The Desired Results system consists of the following components:
- Desired Results Developmental Profile© (2015) (DRDP ): A Developmental Continuum from Early Infancy up to Kindergarten Entry
- Desired Results Parent Survey
- Environment Rating Scales (ERS)
- Program Self Evaluation
1. Desired Results Developmental Profile© (2015): A Developmental Continuum from Early Infancy up to Kindergarten Entry
The Desired Results Developmental Profile (DRDP) assessment instrument is designed for teachers to observe, document, and reflect on the learning, development, and progress of children, birth through 12 years of age, who are enrolled in early care and education programs and before-and after-school programs. The assessment results are intended to be used by the teacher to plan curriculum for individual children and groups of children and to guide continuous program improvement.
The DRDP (2015) is based on the previous DRDP instruments. It includes refinements made over the past several years and new elements that are essential to quality early childhood education. The DRDP (2015) is made up of eight domains (approaches to learning–self regulation, social and emotional development, language and literacy development, English language development, cognition: math, cognition: science, physical development–health, history and social science, and visual and performing arts). The focus of each domain is on the acquisition of knowledge, skills, or behaviors that reflect each domain’s developmental constructs. It aligns with the CDE’s Early Learning and Development Foundations.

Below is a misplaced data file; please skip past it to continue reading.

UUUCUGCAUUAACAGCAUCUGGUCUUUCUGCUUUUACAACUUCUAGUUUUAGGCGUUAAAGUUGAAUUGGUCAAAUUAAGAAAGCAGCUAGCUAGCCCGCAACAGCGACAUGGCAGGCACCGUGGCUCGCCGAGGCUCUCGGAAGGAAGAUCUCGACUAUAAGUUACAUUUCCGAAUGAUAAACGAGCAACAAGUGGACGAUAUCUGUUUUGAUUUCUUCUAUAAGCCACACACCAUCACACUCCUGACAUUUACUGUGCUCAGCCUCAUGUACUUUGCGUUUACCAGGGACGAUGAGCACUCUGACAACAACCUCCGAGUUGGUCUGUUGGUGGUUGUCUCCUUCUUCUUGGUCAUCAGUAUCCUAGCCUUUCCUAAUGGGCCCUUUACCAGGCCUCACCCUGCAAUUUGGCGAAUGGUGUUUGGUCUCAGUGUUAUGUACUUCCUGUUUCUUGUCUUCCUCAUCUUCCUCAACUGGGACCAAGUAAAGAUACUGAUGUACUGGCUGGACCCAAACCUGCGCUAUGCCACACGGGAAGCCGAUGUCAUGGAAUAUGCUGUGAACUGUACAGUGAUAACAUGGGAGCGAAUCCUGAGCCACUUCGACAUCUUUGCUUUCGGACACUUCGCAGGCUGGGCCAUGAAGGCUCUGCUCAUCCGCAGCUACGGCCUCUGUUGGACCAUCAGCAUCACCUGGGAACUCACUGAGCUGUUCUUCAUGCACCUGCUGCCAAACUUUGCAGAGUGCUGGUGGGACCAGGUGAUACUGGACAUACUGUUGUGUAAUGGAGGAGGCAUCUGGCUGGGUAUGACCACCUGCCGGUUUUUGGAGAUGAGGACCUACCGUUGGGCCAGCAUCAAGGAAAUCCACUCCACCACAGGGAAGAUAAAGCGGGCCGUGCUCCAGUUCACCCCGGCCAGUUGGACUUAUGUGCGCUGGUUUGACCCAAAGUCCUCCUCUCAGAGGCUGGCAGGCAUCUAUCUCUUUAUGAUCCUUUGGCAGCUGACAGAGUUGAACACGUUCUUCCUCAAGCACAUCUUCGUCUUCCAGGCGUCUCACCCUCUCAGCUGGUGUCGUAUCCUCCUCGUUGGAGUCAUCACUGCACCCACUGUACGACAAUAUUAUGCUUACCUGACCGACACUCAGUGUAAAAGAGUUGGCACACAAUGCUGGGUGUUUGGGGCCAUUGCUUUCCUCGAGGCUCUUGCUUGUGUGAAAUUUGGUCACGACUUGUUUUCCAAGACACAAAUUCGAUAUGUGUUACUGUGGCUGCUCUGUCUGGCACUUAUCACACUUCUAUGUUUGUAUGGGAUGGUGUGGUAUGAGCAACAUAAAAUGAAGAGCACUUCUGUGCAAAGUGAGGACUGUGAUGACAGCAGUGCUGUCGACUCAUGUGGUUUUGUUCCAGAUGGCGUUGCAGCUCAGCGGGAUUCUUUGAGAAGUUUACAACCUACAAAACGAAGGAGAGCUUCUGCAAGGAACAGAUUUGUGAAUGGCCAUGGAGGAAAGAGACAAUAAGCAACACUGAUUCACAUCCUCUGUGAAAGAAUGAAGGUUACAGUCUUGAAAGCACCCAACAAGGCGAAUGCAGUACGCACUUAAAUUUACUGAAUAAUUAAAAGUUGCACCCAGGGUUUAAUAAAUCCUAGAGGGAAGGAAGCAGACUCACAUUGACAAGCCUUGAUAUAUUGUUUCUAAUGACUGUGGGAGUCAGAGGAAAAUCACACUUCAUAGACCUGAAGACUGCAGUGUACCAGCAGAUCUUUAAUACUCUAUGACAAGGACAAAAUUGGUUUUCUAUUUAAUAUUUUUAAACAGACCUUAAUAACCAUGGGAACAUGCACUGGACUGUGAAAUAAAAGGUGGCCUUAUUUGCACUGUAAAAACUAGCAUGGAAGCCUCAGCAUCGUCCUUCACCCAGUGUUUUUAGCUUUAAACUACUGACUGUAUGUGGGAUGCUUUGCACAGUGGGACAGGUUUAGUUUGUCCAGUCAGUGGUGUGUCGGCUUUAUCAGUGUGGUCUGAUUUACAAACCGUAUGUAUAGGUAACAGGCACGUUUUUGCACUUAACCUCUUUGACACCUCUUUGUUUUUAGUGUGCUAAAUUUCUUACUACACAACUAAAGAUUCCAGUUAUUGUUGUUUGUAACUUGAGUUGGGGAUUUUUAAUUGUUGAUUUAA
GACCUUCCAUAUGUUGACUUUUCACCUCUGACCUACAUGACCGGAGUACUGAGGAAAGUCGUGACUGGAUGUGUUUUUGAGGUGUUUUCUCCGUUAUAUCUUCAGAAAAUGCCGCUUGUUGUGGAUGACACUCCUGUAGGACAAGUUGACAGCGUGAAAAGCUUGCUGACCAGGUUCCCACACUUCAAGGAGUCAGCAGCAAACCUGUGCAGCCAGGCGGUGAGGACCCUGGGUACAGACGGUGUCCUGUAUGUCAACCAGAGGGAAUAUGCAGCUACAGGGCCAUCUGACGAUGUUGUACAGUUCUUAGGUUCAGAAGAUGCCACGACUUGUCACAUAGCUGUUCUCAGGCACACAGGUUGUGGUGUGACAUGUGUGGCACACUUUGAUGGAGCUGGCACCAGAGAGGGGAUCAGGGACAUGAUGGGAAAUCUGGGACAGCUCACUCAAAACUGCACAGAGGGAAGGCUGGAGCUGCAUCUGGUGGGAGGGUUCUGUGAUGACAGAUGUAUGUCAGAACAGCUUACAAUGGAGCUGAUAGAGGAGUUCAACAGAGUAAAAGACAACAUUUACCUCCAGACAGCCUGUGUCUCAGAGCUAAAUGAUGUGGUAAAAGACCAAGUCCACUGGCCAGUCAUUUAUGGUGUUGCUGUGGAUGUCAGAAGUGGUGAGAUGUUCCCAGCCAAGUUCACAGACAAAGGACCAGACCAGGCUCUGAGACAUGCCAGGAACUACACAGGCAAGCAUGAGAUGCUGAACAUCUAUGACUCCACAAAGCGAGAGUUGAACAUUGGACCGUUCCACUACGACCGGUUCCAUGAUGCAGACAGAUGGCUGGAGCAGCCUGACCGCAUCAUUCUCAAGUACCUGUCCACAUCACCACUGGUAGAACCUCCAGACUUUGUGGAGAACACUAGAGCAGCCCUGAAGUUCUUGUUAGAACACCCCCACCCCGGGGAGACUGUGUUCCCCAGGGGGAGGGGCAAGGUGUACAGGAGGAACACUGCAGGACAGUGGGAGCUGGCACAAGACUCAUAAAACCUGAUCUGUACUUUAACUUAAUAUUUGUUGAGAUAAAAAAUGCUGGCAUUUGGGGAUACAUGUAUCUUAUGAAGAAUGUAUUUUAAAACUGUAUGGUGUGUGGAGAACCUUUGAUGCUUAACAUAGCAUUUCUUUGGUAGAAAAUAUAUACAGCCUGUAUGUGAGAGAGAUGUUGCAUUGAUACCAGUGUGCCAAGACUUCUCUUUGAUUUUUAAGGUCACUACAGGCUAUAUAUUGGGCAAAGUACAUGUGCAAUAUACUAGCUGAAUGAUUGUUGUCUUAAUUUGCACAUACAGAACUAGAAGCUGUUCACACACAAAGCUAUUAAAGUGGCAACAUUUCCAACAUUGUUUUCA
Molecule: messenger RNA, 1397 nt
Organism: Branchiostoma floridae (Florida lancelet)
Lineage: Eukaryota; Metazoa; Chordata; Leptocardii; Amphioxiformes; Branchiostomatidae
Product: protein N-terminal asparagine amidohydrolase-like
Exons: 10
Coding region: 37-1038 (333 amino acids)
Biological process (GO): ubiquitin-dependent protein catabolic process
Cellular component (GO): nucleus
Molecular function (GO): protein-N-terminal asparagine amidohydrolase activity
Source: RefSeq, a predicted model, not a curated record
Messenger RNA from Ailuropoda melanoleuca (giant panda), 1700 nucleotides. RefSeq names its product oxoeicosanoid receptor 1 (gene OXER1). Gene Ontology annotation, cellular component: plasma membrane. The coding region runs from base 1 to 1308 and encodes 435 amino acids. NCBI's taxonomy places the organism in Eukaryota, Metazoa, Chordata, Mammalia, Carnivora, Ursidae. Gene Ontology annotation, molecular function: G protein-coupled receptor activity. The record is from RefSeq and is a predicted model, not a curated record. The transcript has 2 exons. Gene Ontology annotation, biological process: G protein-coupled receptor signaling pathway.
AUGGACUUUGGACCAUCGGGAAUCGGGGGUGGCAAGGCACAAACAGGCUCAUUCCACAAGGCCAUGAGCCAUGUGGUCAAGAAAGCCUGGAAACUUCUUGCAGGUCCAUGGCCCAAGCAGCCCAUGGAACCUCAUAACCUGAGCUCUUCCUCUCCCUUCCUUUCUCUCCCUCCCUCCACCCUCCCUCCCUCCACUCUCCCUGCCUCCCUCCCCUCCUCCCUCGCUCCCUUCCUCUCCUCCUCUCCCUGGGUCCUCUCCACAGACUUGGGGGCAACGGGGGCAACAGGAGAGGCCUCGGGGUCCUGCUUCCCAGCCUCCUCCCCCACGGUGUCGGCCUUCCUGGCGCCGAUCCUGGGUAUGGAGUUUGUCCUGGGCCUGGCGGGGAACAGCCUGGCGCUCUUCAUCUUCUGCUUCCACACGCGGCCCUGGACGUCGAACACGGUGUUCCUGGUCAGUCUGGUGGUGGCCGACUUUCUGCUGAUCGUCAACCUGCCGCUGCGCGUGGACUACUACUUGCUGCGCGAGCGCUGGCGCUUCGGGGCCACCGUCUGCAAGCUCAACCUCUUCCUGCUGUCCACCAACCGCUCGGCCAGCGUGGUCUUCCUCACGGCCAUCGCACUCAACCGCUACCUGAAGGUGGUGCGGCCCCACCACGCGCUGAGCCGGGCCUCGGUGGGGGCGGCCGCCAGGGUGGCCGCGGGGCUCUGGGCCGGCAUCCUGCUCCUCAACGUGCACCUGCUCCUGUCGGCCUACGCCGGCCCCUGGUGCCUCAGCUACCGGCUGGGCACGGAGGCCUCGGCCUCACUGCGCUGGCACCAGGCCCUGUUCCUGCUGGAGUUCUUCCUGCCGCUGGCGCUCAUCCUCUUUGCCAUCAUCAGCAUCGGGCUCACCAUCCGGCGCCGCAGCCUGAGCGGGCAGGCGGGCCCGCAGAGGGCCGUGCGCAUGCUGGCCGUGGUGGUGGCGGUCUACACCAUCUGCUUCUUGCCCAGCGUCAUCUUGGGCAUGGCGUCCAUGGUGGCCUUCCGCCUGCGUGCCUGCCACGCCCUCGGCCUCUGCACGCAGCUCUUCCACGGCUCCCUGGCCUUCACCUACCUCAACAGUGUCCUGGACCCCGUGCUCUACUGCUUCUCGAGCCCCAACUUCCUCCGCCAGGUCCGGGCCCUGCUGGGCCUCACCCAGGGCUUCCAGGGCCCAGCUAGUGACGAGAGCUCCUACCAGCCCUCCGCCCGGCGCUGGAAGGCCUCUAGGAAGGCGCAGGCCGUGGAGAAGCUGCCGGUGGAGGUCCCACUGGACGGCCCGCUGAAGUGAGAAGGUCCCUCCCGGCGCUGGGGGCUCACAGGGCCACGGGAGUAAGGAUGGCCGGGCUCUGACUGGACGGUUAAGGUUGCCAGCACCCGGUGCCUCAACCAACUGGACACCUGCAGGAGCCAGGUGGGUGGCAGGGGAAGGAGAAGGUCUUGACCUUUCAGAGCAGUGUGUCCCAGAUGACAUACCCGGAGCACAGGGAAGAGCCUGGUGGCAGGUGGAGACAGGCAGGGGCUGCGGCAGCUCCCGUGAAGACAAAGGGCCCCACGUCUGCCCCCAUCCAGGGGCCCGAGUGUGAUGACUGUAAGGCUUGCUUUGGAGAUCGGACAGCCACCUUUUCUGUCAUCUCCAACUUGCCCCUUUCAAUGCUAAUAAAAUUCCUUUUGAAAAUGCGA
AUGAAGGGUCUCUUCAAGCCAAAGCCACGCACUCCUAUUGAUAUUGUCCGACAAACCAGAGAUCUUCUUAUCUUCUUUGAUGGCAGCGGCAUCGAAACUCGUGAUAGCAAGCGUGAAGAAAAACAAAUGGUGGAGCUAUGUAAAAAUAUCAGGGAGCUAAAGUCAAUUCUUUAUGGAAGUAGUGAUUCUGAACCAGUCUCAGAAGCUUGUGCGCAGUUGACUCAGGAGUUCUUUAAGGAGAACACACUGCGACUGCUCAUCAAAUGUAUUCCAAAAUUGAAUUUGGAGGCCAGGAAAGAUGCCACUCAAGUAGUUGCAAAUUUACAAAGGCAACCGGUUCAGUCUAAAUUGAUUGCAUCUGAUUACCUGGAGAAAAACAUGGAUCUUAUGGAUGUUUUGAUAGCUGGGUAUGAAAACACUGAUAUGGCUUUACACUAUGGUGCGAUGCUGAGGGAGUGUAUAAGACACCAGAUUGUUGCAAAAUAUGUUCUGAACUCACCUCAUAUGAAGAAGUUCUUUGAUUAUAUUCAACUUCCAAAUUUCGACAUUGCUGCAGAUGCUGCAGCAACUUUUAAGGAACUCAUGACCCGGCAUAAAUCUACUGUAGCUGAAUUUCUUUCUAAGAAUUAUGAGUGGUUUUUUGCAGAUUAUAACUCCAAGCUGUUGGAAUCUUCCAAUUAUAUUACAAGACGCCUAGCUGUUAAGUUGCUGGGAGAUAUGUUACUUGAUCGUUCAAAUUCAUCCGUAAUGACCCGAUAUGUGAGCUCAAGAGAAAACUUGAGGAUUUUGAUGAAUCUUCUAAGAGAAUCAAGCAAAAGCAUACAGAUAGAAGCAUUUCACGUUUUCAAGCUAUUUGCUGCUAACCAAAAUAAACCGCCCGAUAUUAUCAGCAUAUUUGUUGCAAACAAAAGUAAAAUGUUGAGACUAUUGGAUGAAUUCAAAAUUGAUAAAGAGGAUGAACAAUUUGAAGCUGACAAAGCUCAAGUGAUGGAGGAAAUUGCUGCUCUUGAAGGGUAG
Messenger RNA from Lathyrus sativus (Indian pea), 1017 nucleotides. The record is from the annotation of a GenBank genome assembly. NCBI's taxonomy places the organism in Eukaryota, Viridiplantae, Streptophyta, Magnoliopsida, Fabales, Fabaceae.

2. Desired Results Parent Survey
The Parent Survey is designed to assist programs in gathering information from families about (1) the family members' satisfaction with their child’s program and how it supports the child’s learning and development; and (2) family members' perceptions of their progress toward reaching the two Desired Results identified for families. Families in the program are asked to complete the Parent Survey once a year and return it to their classroom. Families complete this survey anonymously to ensure that their opinions and concerns are kept confidential.
3. Environment Rating Scales